CS 305
CS 305 - Machine Learning

Machine learning is the science of teaching computers how to learn from observations. It is ubiquitous in our interactions with society, showing up in face recognition, web search, targeted advertising, speech processing, genetic analysis, and even Facebook's selection of posts to display. It is currently at the forefront of research in artificial intelligence, and has been making rapid strides given the vast availability of data today. This course is a broad introduction to the field, covering the theoretical ideas behind widely used algorithms like support vector machines, neural networks, graphical models, decision trees, and many more. We will also study practical applications of these algorithms to problems in vision, speech, language, biology, and the social sciences.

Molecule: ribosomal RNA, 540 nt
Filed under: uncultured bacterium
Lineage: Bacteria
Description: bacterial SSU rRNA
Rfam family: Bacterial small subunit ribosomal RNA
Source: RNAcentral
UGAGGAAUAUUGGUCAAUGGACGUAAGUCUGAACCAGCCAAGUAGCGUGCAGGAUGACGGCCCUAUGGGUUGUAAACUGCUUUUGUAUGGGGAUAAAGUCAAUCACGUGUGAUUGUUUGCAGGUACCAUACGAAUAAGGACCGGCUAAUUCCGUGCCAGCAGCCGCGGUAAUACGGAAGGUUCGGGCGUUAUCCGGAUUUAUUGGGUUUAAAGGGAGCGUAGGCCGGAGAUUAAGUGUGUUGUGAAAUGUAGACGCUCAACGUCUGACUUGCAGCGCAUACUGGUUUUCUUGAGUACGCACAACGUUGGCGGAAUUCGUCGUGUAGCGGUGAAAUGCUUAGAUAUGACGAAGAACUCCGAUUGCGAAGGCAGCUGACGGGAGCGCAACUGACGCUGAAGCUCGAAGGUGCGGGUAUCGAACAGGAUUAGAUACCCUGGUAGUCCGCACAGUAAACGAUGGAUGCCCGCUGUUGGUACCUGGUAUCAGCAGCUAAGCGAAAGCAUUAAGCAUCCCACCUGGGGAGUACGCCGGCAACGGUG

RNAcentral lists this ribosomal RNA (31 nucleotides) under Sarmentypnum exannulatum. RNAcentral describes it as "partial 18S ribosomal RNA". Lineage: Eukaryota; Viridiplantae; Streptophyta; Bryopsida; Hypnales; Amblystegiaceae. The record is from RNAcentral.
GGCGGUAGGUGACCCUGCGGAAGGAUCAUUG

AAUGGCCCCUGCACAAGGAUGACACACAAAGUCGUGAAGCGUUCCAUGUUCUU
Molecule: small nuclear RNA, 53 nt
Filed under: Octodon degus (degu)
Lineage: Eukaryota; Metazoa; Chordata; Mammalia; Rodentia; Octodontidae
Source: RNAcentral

Units: 1

Max Enrollment: 18

Prerequisites: CS 230 and either MATH 206 or MATH 220 or MATH 225.

Instructor: Staff

Distribution Requirements: EC - Epistemology and Cognition; MM - Mathematical Modeling and Problem Solving

Typical Periods Offered: Fall and Spring

Semesters Offered this Academic Year: Fall

Notes: Mandatory credit/noncredit.